957 F2d 363 Lane v. D Richards E
957 F.2d 363
Richard E. LANE, Petitioner-Appellant,
Thomas D. RICHARDS and Linley E. Pearson, Respondents-Appellees.
United States Court of Appeals,
Argued Jan. 7, 1992.
Decided Feb. 25, 1992.
Michael B. Nash, Chicago, Ill. (argued), for petitioner-appellant.
Thomas D. Quigley, Office of Atty. Gen., Federal Litigation, Indianapolis, Ind. (argued), for respondents-appellees.
Before POSNER and EASTERBROOK, Circuit Judges, and ESCHBACH, Senior Circuit Judge.
EASTERBROOK, Circuit Judge.
Somewhere in the Twilight Zone lingers the case of Lane v. Indiana. In October 1986 Lane began a collateral attack in state court on his conviction. (He is serving a life sentence for murder. See Lane v. State, 266 Ind. 485, 364 N.E.2d 756 (1977).) On November 18, 1986, the court appointed Darrolyn A. Ross, a deputy public defender, to represent Lane. Ross filed a motion for a continuance--apparently a perpetual continuance, for nothing has happened since.
Ross has sent Lane a series of lulling letters. In July 1987 Ross explained that "an ongoing emergency situation in another case" had occupied her time but that "I have not forgotten you and that I intend to respond to your letter after this emergency matter is resolved." In November 1987 Ross apologized for further delay, which she admitted was "far too long", and promised to visit Lane "as soon as possible". Lane then asked Susan Carpenter, the Public Defender of Indiana, to assign him another lawyer; in January 1988 Carpenter refused, saying that "Deputy Ross is an extremely good attorney and she needs time to read your record in order to prepare your case.... You are not being placed behind anyone except those who sought our assistance before you did, and we will get you to hearing as soon as we are able to do so." On July 1, 1988, Ross wrote to Lane that she has been "doing some preliminary work on your case" and was "planning to either have your case resolved or set for hearing by this Fall." Come the fall, Ross wrote Lane that "things have started resolving themselves and I plan to give your case the concentration it needs within the next couple of months."
The next couple of months passed, as did many more; while the months rolled on, so did the train of letters. Lane heard from Ross in August 1989 that "you are right at the top of my list". In January 1990 Ross wrote to Lane that she would "soon" approach the prosecutor in an attempt to negotiate a lower sentence. In September 1990 Ross wrote again, defining "soon": she would "meet with the Bartholomew County Prosecutor right after the election in November.... I assure you your name is on my calendar for November projects". This is the last communication from Ross. The state case is in stasis. In five years and two months, Ross has done nothing to assist Lane. (At oral argument, a Deputy Attorney General of Indiana told us that he thought Ross would "soon" approach the prosecutor to initiate negotiations.) And if we are to believe Carpenter's letter, no one whose case began after October 1986 has received aid from the Public Defender of Indiana.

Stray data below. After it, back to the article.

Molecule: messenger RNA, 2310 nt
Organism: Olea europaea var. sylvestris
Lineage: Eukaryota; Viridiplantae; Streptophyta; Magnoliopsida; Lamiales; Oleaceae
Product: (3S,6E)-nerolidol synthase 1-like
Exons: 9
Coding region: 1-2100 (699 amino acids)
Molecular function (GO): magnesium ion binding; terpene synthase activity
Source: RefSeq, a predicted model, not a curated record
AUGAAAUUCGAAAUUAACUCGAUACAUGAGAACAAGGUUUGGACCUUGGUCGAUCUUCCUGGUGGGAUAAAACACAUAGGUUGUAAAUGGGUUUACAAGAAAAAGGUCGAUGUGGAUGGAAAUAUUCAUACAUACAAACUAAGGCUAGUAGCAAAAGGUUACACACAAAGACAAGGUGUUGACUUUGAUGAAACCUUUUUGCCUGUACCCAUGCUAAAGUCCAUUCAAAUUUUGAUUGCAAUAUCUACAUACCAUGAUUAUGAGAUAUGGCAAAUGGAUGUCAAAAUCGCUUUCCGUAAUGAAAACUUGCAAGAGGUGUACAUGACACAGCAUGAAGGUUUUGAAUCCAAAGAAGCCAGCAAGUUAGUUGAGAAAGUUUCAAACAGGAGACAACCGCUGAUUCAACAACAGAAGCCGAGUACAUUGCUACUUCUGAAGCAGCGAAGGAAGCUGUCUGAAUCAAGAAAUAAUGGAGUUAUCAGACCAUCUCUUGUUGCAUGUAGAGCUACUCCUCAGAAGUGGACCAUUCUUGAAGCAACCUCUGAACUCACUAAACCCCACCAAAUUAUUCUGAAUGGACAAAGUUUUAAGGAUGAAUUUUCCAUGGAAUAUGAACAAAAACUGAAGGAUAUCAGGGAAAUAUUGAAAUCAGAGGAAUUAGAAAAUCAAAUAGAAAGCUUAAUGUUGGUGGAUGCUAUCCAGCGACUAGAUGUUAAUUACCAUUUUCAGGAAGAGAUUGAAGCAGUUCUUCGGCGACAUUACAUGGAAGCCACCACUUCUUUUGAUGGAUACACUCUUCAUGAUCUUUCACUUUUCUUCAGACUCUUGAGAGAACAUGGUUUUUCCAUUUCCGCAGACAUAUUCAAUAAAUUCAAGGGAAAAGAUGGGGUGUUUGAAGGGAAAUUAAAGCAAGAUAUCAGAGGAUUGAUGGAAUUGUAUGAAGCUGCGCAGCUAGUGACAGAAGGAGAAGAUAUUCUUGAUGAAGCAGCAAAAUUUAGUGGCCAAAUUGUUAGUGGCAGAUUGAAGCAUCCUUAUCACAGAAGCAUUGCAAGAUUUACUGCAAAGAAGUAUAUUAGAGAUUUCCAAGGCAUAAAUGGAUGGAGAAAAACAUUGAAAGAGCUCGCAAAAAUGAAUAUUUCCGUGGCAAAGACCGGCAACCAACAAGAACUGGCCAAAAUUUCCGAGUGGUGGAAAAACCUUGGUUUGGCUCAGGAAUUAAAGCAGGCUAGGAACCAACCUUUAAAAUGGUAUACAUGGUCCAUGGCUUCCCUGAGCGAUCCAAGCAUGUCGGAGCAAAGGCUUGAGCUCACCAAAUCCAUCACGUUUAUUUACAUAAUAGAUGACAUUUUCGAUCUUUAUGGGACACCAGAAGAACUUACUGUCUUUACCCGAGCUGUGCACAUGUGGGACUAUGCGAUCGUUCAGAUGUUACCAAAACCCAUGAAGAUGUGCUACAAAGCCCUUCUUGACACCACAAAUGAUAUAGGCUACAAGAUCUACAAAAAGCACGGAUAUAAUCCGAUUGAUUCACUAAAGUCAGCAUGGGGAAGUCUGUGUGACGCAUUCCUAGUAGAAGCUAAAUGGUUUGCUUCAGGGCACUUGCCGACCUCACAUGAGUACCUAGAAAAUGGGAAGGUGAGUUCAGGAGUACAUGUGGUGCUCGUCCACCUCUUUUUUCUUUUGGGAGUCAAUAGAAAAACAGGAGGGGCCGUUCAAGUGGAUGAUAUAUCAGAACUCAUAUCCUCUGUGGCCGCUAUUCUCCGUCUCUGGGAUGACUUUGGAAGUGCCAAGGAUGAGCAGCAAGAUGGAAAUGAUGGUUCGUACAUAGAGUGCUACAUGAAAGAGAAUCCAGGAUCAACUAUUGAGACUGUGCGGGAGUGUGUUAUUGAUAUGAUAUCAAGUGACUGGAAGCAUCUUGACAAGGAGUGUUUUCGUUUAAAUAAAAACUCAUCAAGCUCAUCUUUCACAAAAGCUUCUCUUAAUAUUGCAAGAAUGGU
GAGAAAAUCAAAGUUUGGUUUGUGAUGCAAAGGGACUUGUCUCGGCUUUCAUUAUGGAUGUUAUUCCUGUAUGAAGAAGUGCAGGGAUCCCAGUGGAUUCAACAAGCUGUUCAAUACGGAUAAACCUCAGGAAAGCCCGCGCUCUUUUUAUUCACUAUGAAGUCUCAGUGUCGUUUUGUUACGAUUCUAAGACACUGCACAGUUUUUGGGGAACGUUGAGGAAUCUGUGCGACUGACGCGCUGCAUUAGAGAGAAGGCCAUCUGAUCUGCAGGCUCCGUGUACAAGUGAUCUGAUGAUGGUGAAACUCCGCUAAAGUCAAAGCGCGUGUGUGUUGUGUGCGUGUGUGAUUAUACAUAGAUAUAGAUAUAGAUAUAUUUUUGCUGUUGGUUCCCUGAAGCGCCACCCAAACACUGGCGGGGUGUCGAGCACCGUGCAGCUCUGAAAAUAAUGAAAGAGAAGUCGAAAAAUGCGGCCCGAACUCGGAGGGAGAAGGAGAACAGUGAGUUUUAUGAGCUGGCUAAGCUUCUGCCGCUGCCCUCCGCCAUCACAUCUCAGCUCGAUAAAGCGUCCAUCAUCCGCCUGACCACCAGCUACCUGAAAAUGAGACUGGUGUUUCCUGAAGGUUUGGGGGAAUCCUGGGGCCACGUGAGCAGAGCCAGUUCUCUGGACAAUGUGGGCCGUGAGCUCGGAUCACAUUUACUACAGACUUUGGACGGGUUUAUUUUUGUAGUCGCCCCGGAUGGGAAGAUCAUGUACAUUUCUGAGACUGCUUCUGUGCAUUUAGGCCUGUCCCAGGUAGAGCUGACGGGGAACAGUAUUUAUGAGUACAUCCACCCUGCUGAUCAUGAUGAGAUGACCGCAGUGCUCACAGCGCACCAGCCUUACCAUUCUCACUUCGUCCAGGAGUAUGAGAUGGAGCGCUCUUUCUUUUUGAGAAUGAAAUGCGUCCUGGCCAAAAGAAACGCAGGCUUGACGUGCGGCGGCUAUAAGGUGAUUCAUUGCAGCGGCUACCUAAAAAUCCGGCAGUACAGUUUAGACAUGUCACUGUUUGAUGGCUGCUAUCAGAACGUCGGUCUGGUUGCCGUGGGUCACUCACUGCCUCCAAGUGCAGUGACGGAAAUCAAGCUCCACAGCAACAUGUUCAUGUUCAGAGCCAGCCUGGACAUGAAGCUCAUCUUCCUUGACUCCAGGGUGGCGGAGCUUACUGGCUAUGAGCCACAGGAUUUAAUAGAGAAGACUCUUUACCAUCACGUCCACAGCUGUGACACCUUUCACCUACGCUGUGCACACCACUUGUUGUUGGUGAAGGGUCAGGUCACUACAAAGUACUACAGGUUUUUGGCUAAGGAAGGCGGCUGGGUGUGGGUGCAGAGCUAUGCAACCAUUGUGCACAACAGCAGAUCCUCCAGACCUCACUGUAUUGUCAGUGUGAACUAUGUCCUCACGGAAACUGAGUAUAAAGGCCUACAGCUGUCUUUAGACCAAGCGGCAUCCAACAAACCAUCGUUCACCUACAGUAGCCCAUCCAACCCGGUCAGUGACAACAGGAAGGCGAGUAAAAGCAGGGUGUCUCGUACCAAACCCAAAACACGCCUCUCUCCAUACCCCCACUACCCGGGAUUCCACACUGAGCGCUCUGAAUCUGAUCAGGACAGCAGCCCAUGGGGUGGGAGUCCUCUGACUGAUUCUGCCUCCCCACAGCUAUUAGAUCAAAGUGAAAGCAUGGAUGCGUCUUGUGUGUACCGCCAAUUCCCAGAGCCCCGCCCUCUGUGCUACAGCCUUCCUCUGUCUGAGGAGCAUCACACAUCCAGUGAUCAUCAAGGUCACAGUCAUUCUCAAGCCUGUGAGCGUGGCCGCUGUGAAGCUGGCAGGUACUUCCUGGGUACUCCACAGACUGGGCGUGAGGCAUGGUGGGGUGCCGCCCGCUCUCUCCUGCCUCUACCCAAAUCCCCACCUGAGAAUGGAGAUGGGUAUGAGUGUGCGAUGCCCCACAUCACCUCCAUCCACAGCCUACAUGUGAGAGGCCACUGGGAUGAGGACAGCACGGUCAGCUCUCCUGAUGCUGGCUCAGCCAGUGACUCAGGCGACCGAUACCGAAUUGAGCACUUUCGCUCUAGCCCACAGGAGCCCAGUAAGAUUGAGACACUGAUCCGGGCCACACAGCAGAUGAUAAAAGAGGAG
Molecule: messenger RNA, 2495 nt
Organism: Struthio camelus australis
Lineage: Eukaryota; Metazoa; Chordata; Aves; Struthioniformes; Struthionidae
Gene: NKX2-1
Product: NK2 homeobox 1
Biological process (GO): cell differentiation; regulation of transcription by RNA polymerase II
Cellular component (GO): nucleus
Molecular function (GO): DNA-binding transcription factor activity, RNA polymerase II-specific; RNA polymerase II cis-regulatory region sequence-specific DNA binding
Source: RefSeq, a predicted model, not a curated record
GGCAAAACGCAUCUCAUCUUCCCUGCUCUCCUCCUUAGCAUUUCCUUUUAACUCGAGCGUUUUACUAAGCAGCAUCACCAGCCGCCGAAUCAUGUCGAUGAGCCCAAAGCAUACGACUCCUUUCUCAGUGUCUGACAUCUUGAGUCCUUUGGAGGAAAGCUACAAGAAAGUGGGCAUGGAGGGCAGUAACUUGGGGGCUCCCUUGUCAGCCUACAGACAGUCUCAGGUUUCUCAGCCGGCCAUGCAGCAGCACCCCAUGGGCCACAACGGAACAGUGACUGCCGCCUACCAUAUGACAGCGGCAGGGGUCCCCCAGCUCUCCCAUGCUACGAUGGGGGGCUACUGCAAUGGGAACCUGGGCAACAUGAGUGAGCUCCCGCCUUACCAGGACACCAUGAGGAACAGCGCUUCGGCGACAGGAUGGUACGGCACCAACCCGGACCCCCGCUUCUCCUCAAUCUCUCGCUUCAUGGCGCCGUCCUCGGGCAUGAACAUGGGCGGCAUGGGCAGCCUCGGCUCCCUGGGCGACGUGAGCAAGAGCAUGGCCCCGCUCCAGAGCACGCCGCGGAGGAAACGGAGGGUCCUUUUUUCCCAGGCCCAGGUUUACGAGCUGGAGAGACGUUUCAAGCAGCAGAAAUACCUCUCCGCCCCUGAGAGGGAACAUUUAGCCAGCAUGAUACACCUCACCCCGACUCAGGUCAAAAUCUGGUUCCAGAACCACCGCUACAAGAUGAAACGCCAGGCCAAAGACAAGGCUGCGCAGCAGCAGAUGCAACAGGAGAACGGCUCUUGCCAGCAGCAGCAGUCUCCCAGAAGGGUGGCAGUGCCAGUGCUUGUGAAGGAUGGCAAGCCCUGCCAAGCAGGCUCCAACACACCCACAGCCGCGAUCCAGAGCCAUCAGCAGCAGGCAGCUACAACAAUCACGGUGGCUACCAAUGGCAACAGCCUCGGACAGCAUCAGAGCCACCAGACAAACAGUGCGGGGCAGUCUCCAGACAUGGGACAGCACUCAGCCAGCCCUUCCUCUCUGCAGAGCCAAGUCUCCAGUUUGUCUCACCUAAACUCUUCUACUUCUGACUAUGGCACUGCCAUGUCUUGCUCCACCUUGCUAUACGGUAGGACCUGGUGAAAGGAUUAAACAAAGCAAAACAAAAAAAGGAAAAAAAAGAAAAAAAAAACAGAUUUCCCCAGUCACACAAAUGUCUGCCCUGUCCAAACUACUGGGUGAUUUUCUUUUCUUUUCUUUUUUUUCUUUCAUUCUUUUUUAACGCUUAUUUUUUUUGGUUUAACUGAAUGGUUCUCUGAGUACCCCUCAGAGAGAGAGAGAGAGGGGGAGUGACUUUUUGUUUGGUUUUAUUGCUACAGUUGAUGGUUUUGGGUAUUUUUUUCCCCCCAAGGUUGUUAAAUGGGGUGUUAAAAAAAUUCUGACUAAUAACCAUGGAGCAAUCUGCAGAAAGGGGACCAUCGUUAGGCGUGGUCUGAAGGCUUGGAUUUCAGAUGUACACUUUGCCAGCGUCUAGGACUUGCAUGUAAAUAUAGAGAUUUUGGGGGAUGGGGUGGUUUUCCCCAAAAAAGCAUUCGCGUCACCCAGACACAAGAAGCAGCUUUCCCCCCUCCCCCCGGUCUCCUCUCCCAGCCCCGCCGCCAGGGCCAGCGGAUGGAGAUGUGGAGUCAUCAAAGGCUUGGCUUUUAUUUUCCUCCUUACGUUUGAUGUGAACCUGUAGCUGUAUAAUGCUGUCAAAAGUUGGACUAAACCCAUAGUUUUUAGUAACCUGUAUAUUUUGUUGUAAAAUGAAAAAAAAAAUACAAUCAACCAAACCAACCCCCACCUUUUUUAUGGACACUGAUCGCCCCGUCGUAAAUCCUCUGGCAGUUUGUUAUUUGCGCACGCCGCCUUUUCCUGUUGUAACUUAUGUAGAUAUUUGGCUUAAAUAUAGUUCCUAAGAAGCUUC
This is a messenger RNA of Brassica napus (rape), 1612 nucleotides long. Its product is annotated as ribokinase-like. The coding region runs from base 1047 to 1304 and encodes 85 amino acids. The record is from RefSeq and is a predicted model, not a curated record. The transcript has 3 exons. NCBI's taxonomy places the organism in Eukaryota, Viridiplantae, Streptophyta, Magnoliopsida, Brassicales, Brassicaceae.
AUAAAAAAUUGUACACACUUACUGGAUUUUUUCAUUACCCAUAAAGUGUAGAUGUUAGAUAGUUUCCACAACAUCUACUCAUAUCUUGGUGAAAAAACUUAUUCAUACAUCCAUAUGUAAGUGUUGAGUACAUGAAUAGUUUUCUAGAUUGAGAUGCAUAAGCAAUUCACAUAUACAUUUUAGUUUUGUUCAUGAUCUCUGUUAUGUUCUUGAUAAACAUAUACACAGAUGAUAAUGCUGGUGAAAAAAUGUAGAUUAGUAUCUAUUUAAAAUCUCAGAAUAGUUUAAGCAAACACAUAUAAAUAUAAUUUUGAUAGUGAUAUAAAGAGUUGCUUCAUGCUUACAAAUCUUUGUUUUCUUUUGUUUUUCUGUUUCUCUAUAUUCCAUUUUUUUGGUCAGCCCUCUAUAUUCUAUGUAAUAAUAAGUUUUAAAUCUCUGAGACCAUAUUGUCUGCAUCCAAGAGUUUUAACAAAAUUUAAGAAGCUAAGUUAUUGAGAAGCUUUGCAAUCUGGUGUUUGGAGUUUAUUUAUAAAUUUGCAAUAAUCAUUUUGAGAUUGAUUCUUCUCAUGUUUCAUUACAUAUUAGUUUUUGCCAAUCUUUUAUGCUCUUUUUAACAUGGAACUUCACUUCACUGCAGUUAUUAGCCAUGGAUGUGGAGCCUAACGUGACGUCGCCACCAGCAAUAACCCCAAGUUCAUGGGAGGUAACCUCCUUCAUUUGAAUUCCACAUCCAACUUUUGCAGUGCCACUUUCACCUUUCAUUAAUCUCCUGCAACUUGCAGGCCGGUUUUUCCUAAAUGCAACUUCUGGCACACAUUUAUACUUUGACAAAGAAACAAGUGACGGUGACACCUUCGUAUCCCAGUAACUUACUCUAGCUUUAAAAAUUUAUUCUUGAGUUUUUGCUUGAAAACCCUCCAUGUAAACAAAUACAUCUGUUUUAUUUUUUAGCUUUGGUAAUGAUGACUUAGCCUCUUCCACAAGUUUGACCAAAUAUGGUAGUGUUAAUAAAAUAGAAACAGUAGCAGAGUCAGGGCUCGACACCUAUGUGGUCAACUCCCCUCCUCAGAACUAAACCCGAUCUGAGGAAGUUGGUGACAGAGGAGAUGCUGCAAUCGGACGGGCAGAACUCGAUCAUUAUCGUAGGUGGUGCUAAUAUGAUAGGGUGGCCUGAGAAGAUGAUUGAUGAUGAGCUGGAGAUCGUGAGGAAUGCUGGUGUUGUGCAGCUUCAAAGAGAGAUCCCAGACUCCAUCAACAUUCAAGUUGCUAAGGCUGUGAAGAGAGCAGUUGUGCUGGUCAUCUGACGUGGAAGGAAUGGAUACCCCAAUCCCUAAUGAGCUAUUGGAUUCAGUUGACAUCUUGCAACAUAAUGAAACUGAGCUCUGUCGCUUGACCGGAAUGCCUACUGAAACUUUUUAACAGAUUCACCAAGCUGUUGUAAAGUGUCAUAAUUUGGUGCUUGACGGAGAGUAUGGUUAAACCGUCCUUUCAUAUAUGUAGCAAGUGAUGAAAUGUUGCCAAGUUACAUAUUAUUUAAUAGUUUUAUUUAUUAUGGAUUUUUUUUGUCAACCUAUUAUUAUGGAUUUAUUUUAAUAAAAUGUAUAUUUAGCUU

Lane has pleaded with Ross, to no avail. He pleaded with Carpenter, to no avail. He complained to Indiana's Disciplinary Commission, which replied that the delay "does not raise a substantial question of misconduct which would warrant disciplinary action against Ms. Carpenter and Ms. Ross. Therefore, the complaint has been dismissed." And Lane has complained to the United States District Court, which dismissed his petition for a writ of habeas corpus on the ground that he has yet to exhaust state remedies.
This is a woeful performance by the State of Indiana--by a lawyer who has done nothing on her client's behalf for more than five years, by a judge who has allowed the case to grow a beard, by a prosecutor who at oral argument told us that all of this is really in Lane's best interest, by a disciplinary body that sees no evil when lawyers deceive their clients about the attention given to their claims. We appreciate the Public Defender's problem: too many clients, not enough lawyers. As the legislature sets the number of lawyers available, the number of cases per lawyer is beyond the control of the office. But inadequate resources do not justify misleading prisoners about what lies in store. A lawyer who cannot provide zealous representation must withdraw, not lead the client to believe that relief is just around the corner.